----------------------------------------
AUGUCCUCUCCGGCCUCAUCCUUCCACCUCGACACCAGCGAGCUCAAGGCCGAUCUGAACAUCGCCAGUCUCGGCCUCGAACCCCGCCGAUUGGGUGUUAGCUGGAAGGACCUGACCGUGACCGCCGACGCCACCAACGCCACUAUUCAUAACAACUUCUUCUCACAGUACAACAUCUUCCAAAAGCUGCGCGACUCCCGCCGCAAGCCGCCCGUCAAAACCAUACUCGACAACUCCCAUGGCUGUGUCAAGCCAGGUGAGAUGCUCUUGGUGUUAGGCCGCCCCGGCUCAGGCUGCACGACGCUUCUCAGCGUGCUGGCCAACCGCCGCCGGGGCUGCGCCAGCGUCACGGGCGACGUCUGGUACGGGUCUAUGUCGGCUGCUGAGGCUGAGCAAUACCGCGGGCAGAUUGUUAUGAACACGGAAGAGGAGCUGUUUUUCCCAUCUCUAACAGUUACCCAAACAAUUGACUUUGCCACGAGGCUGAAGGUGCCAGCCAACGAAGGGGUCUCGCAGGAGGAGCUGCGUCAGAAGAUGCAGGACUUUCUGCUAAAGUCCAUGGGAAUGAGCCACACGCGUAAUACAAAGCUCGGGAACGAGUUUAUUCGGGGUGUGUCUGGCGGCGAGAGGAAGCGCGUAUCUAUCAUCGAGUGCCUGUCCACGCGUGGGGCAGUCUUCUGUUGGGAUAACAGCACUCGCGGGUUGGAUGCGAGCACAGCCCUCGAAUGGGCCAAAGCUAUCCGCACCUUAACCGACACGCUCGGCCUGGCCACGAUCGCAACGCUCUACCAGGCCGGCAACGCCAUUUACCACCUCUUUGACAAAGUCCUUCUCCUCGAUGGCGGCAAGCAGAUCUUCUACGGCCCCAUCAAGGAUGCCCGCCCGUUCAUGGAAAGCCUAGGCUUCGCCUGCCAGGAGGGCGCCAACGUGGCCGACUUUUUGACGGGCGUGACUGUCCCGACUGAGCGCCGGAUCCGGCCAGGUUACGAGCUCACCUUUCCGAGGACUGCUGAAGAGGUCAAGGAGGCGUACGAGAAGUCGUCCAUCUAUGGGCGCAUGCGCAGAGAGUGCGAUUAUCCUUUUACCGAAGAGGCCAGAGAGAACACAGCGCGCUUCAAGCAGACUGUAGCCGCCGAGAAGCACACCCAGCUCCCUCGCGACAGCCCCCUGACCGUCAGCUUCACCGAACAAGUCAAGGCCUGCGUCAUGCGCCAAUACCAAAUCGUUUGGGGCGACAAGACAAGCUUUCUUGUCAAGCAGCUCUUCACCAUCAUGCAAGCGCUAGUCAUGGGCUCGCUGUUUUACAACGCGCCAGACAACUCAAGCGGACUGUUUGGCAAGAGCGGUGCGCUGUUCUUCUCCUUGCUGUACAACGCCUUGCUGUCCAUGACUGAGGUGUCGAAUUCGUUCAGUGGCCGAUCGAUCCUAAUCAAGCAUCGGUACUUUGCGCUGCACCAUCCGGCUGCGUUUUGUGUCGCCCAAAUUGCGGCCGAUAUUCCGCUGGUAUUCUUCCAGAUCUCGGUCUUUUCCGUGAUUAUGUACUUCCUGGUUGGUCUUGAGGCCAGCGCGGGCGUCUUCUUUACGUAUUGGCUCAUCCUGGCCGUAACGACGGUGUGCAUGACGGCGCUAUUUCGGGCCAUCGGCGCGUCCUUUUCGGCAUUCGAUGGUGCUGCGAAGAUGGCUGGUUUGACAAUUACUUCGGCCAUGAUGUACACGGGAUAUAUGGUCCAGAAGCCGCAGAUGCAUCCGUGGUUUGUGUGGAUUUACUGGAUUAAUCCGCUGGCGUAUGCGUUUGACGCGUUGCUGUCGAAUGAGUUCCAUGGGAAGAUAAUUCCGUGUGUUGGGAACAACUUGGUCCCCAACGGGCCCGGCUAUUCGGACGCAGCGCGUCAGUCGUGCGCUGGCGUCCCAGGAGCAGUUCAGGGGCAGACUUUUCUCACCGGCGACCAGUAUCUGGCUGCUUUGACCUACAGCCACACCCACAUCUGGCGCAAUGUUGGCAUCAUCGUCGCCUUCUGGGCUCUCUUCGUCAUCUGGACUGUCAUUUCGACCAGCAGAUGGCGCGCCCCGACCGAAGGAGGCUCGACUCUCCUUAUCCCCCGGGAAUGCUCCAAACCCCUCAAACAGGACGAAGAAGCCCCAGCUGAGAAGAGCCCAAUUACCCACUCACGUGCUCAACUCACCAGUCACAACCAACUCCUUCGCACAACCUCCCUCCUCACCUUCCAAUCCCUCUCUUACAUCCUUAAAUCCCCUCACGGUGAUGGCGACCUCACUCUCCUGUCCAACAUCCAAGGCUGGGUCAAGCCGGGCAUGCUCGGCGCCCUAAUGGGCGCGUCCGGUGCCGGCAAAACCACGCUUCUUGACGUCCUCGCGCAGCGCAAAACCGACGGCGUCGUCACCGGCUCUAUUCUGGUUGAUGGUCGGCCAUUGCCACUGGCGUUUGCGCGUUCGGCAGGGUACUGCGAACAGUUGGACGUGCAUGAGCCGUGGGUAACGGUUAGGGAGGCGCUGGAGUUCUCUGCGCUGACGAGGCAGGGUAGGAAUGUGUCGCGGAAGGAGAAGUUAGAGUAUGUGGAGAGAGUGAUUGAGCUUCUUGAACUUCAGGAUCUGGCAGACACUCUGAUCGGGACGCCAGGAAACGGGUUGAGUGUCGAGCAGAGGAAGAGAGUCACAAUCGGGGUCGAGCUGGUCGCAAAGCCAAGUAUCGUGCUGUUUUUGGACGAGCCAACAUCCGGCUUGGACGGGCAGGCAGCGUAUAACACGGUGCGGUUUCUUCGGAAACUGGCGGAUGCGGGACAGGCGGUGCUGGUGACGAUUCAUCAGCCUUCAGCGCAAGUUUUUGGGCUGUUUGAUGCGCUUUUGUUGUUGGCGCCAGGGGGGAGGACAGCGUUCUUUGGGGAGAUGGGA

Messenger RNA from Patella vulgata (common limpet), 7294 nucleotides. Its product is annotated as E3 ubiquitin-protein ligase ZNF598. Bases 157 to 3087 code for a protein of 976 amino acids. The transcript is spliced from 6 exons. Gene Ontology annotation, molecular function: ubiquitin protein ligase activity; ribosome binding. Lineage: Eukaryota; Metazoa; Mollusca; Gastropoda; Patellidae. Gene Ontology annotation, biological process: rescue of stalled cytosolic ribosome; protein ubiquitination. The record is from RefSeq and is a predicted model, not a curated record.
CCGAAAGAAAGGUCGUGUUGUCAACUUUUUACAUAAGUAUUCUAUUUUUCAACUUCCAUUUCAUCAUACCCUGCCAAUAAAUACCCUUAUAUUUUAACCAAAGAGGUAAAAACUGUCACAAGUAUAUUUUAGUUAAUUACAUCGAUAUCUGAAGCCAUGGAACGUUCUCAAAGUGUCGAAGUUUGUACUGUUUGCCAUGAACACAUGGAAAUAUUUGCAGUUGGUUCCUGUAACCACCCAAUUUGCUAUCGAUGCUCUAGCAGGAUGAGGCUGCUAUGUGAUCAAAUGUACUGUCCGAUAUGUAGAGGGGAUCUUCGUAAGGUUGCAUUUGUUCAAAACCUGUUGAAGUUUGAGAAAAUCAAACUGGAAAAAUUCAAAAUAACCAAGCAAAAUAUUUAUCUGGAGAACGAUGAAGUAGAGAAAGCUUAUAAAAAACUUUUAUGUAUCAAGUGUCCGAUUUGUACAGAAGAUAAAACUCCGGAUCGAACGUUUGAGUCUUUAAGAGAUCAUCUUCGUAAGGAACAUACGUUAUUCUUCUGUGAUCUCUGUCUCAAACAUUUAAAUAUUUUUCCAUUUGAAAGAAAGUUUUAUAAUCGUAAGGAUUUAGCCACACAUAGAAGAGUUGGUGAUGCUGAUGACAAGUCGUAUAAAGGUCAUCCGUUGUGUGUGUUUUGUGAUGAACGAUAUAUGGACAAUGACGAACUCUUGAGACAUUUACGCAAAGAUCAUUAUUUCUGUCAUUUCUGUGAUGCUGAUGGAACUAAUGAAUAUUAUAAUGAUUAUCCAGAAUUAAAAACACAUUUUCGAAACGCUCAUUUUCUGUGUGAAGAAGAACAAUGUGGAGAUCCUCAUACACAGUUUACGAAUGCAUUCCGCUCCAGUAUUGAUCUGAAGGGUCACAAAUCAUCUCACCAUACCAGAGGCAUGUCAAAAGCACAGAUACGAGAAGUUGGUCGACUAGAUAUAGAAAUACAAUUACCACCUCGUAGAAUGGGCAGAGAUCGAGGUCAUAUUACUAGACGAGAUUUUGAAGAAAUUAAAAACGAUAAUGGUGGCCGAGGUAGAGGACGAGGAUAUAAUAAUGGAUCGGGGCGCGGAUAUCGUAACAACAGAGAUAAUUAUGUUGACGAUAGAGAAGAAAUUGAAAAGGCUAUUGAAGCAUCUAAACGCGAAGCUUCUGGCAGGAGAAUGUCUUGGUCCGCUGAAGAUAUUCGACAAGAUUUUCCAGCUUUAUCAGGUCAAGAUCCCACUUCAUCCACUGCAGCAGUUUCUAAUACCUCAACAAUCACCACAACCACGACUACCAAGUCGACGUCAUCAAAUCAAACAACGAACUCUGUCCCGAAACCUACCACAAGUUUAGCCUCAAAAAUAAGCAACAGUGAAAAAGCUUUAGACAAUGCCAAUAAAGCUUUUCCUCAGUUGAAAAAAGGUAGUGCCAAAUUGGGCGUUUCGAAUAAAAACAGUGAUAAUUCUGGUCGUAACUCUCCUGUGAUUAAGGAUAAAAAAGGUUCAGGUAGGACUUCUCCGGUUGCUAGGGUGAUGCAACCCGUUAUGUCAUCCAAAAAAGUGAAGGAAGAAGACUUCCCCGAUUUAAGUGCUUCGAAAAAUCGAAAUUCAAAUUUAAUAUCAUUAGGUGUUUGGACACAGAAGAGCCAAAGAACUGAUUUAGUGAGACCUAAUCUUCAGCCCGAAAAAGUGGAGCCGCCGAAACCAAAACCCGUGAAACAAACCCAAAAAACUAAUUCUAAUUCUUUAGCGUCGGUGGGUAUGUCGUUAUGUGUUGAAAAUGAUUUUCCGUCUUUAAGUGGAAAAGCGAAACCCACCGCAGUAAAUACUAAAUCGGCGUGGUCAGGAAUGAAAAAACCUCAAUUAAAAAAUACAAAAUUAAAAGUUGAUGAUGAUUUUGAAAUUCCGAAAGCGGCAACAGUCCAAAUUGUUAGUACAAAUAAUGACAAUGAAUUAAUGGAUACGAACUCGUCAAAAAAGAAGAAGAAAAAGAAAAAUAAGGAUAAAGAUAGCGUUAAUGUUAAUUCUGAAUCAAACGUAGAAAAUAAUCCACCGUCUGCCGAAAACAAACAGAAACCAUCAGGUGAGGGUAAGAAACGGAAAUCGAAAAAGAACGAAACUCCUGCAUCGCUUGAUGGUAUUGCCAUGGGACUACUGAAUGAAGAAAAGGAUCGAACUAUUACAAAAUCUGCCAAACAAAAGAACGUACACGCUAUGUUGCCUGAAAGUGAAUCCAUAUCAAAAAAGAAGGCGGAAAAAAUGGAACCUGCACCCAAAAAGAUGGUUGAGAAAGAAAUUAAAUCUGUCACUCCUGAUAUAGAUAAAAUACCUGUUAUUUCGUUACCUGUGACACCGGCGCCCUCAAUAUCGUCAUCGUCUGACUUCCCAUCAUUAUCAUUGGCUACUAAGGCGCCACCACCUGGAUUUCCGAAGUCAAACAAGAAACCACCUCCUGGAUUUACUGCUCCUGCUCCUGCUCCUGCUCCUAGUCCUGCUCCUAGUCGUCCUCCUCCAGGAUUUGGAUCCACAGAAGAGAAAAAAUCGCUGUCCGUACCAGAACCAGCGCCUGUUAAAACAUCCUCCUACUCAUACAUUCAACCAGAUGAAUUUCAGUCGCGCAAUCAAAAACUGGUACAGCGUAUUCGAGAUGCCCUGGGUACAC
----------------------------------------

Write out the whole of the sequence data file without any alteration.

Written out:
AUGUCCUCUCCGGCCUCAUCCUUCCACCUCGACACCAGCGAGCUCAAGGCCGAUCUGAACAUCGCCAGUCUCGGCCUCGAACCCCGCCGAUUGGGUGUUAGCUGGAAGGACCUGACCGUGACCGCCGACGCCACCAACGCCACUAUUCAUAACAACUUCUUCUCACAGUACAACAUCUUCCAAAAGCUGCGCGACUCCCGCCGCAAGCCGCCCGUCAAAACCAUACUCGACAACUCCCAUGGCUGUGUCAAGCCAGGUGAGAUGCUCUUGGUGUUAGGCCGCCCCGGCUCAGGCUGCACGACGCUUCUCAGCGUGCUGGCCAACCGCCGCCGGGGCUGCGCCAGCGUCACGGGCGACGUCUGGUACGGGUCUAUGUCGGCUGCUGAGGCUGAGCAAUACCGCGGGCAGAUUGUUAUGAACACGGAAGAGGAGCUGUUUUUCCCAUCUCUAACAGUUACCCAAACAAUUGACUUUGCCACGAGGCUGAAGGUGCCAGCCAACGAAGGGGUCUCGCAGGAGGAGCUGCGUCAGAAGAUGCAGGACUUUCUGCUAAAGUCCAUGGGAAUGAGCCACACGCGUAAUACAAAGCUCGGGAACGAGUUUAUUCGGGGUGUGUCUGGCGGCGAGAGGAAGCGCGUAUCUAUCAUCGAGUGCCUGUCCACGCGUGGGGCAGUCUUCUGUUGGGAUAACAGCACUCGCGGGUUGGAUGCGAGCACAGCCCUCGAAUGGGCCAAAGCUAUCCGCACCUUAACCGACACGCUCGGCCUGGCCACGAUCGCAACGCUCUACCAGGCCGGCAACGCCAUUUACCACCUCUUUGACAAAGUCCUUCUCCUCGAUGGCGGCAAGCAGAUCUUCUACGGCCCCAUCAAGGAUGCCCGCCCGUUCAUGGAAAGCCUAGGCUUCGCCUGCCAGGAGGGCGCCAACGUGGCCGACUUUUUGACGGGCGUGACUGUCCCGACUGAGCGCCGGAUCCGGCCAGGUUACGAGCUCACCUUUCCGAGGACUGCUGAAGAGGUCAAGGAGGCGUACGAGAAGUCGUCCAUCUAUGGGCGCAUGCGCAGAGAGUGCGAUUAUCCUUUUACCGAAGAGGCCAGAGAGAACACAGCGCGCUUCAAGCAGACUGUAGCCGCCGAGAAGCACACCCAGCUCCCUCGCGACAGCCCCCUGACCGUCAGCUUCACCGAACAAGUCAAGGCCUGCGUCAUGCGCCAAUACCAAAUCGUUUGGGGCGACAAGACAAGCUUUCUUGUCAAGCAGCUCUUCACCAUCAUGCAAGCGCUAGUCAUGGGCUCGCUGUUUUACAACGCGCCAGACAACUCAAGCGGACUGUUUGGCAAGAGCGGUGCGCUGUUCUUCUCCUUGCUGUACAACGCCUUGCUGUCCAUGACUGAGGUGUCGAAUUCGUUCAGUGGCCGAUCGAUCCUAAUCAAGCAUCGGUACUUUGCGCUGCACCAUCCGGCUGCGUUUUGUGUCGCCCAAAUUGCGGCCGAUAUUCCGCUGGUAUUCUUCCAGAUCUCGGUCUUUUCCGUGAUUAUGUACUUCCUGGUUGGUCUUGAGGCCAGCGCGGGCGUCUUCUUUACGUAUUGGCUCAUCCUGGCCGUAACGACGGUGUGCAUGACGGCGCUAUUUCGGGCCAUCGGCGCGUCCUUUUCGGCAUUCGAUGGUGCUGCGAAGAUGGCUGGUUUGACAAUUACUUCGGCCAUGAUGUACACGGGAUAUAUGGUCCAGAAGCCGCAGAUGCAUCCGUGGUUUGUGUGGAUUUACUGGAUUAAUCCGCUGGCGUAUGCGUUUGACGCGUUGCUGUCGAAUGAGUUCCAUGGGAAGAUAAUUCCGUGUGUUGGGAACAACUUGGUCCCCAACGGGCCCGGCUAUUCGGACGCAGCGCGUCAGUCGUGCGCUGGCGUCCCAGGAGCAGUUCAGGGGCAGACUUUUCUCACCGGCGACCAGUAUCUGGCUGCUUUGACCUACAGCCACACCCACAUCUGGCGCAAUGUUGGCAUCAUCGUCGCCUUCUGGGCUCUCUUCGUCAUCUGGACUGUCAUUUCGACCAGCAGAUGGCGCGCCCCGACCGAAGGAGGCUCGACUCUCCUUAUCCCCCGGGAAUGCUCCAAACCCCUCAAACAGGACGAAGAAGCCCCAGCUGAGAAGAGCCCAAUUACCCACUCACGUGCUCAACUCACCAGUCACAACCAACUCCUUCGCACAACCUCCCUCCUCACCUUCCAAUCCCUCUCUUACAUCCUUAAAUCCCCUCACGGUGAUGGCGACCUCACUCUCCUGUCCAACAUCCAAGGCUGGGUCAAGCCGGGCAUGCUCGGCGCCCUAAUGGGCGCGUCCGGUGCCGGCAAAACCACGCUUCUUGACGUCCUCGCGCAGCGCAAAACCGACGGCGUCGUCACCGGCUCUAUUCUGGUUGAUGGUCGGCCAUUGCCACUGGCGUUUGCGCGUUCGGCAGGGUACUGCGAACAGUUGGACGUGCAUGAGCCGUGGGUAACGGUUAGGGAGGCGCUGGAGUUCUCUGCGCUGACGAGGCAGGGUAGGAAUGUGUCGCGGAAGGAGAAGUUAGAGUAUGUGGAGAGAGUGAUUGAGCUUCUUGAACUUCAGGAUCUGGCAGACACUCUGAUCGGGACGCCAGGAAACGGGUUGAGUGUCGAGCAGAGGAAGAGAGUCACAAUCGGGGUCGAGCUGGUCGCAAAGCCAAGUAUCGUGCUGUUUUUGGACGAGCCAACAUCCGGCUUGGACGGGCAGGCAGCGUAUAACACGGUGCGGUUUCUUCGGAAACUGGCGGAUGCGGGACAGGCGGUGCUGGUGACGAUUCAUCAGCCUUCAGCGCAAGUUUUUGGGCUGUUUGAUGCGCUUUUGUUGUUGGCGCCAGGGGGGAGGACAGCGUUCUUUGGGGAGAUGGGA

Messenger RNA from Patella vulgata (common limpet), 7294 nucleotides. Its product is annotated as E3 ubiquitin-protein ligase ZNF598. Bases 157 to 3087 code for a protein of 976 amino acids. The transcript is spliced from 6 exons. Gene Ontology annotation, molecular function: ubiquitin protein ligase activity; ribosome binding. Lineage: Eukaryota; Metazoa; Mollusca; Gastropoda; Patellidae. Gene Ontology annotation, biological process: rescue of stalled cytosolic ribosome; protein ubiquitination. The record is from RefSeq and is a predicted model, not a curated record.
CCGAAAGAAAGGUCGUGUUGUCAACUUUUUACAUAAGUAUUCUAUUUUUCAACUUCCAUUUCAUCAUACCCUGCCAAUAAAUACCCUUAUAUUUUAACCAAAGAGGUAAAAACUGUCACAAGUAUAUUUUAGUUAAUUACAUCGAUAUCUGAAGCCAUGGAACGUUCUCAAAGUGUCGAAGUUUGUACUGUUUGCCAUGAACACAUGGAAAUAUUUGCAGUUGGUUCCUGUAACCACCCAAUUUGCUAUCGAUGCUCUAGCAGGAUGAGGCUGCUAUGUGAUCAAAUGUACUGUCCGAUAUGUAGAGGGGAUCUUCGUAAGGUUGCAUUUGUUCAAAACCUGUUGAAGUUUGAGAAAAUCAAACUGGAAAAAUUCAAAAUAACCAAGCAAAAUAUUUAUCUGGAGAACGAUGAAGUAGAGAAAGCUUAUAAAAAACUUUUAUGUAUCAAGUGUCCGAUUUGUACAGAAGAUAAAACUCCGGAUCGAACGUUUGAGUCUUUAAGAGAUCAUCUUCGUAAGGAACAUACGUUAUUCUUCUGUGAUCUCUGUCUCAAACAUUUAAAUAUUUUUCCAUUUGAAAGAAAGUUUUAUAAUCGUAAGGAUUUAGCCACACAUAGAAGAGUUGGUGAUGCUGAUGACAAGUCGUAUAAAGGUCAUCCGUUGUGUGUGUUUUGUGAUGAACGAUAUAUGGACAAUGACGAACUCUUGAGACAUUUACGCAAAGAUCAUUAUUUCUGUCAUUUCUGUGAUGCUGAUGGAACUAAUGAAUAUUAUAAUGAUUAUCCAGAAUUAAAAACACAUUUUCGAAACGCUCAUUUUCUGUGUGAAGAAGAACAAUGUGGAGAUCCUCAUACACAGUUUACGAAUGCAUUCCGCUCCAGUAUUGAUCUGAAGGGUCACAAAUCAUCUCACCAUACCAGAGGCAUGUCAAAAGCACAGAUACGAGAAGUUGGUCGACUAGAUAUAGAAAUACAAUUACCACCUCGUAGAAUGGGCAGAGAUCGAGGUCAUAUUACUAGACGAGAUUUUGAAGAAAUUAAAAACGAUAAUGGUGGCCGAGGUAGAGGACGAGGAUAUAAUAAUGGAUCGGGGCGCGGAUAUCGUAACAACAGAGAUAAUUAUGUUGACGAUAGAGAAGAAAUUGAAAAGGCUAUUGAAGCAUCUAAACGCGAAGCUUCUGGCAGGAGAAUGUCUUGGUCCGCUGAAGAUAUUCGACAAGAUUUUCCAGCUUUAUCAGGUCAAGAUCCCACUUCAUCCACUGCAGCAGUUUCUAAUACCUCAACAAUCACCACAACCACGACUACCAAGUCGACGUCAUCAAAUCAAACAACGAACUCUGUCCCGAAACCUACCACAAGUUUAGCCUCAAAAAUAAGCAACAGUGAAAAAGCUUUAGACAAUGCCAAUAAAGCUUUUCCUCAGUUGAAAAAAGGUAGUGCCAAAUUGGGCGUUUCGAAUAAAAACAGUGAUAAUUCUGGUCGUAACUCUCCUGUGAUUAAGGAUAAAAAAGGUUCAGGUAGGACUUCUCCGGUUGCUAGGGUGAUGCAACCCGUUAUGUCAUCCAAAAAAGUGAAGGAAGAAGACUUCCCCGAUUUAAGUGCUUCGAAAAAUCGAAAUUCAAAUUUAAUAUCAUUAGGUGUUUGGACACAGAAGAGCCAAAGAACUGAUUUAGUGAGACCUAAUCUUCAGCCCGAAAAAGUGGAGCCGCCGAAACCAAAACCCGUGAAACAAACCCAAAAAACUAAUUCUAAUUCUUUAGCGUCGGUGGGUAUGUCGUUAUGUGUUGAAAAUGAUUUUCCGUCUUUAAGUGGAAAAGCGAAACCCACCGCAGUAAAUACUAAAUCGGCGUGGUCAGGAAUGAAAAAACCUCAAUUAAAAAAUACAAAAUUAAAAGUUGAUGAUGAUUUUGAAAUUCCGAAAGCGGCAACAGUCCAAAUUGUUAGUACAAAUAAUGACAAUGAAUUAAUGGAUACGAACUCGUCAAAAAAGAAGAAGAAAAAGAAAAAUAAGGAUAAAGAUAGCGUUAAUGUUAAUUCUGAAUCAAACGUAGAAAAUAAUCCACCGUCUGCCGAAAACAAACAGAAACCAUCAGGUGAGGGUAAGAAACGGAAAUCGAAAAAGAACGAAACUCCUGCAUCGCUUGAUGGUAUUGCCAUGGGACUACUGAAUGAAGAAAAGGAUCGAACUAUUACAAAAUCUGCCAAACAAAAGAACGUACACGCUAUGUUGCCUGAAAGUGAAUCCAUAUCAAAAAAGAAGGCGGAAAAAAUGGAACCUGCACCCAAAAAGAUGGUUGAGAAAGAAAUUAAAUCUGUCACUCCUGAUAUAGAUAAAAUACCUGUUAUUUCGUUACCUGUGACACCGGCGCCCUCAAUAUCGUCAUCGUCUGACUUCCCAUCAUUAUCAUUGGCUACUAAGGCGCCACCACCUGGAUUUCCGAAGUCAAACAAGAAACCACCUCCUGGAUUUACUGCUCCUGCUCCUGCUCCUGCUCCUAGUCCUGCUCCUAGUCGUCCUCCUCCAGGAUUUGGAUCCACAGAAGAGAAAAAAUCGCUGUCCGUACCAGAACCAGCGCCUGUUAAAACAUCCUCCUACUCAUACAUUCAACCAGAUGAAUUUCAGUCGCGCAAUCAAAAACUGGUACAGCGUAUUCGAGAUGCCCUGGGUACAC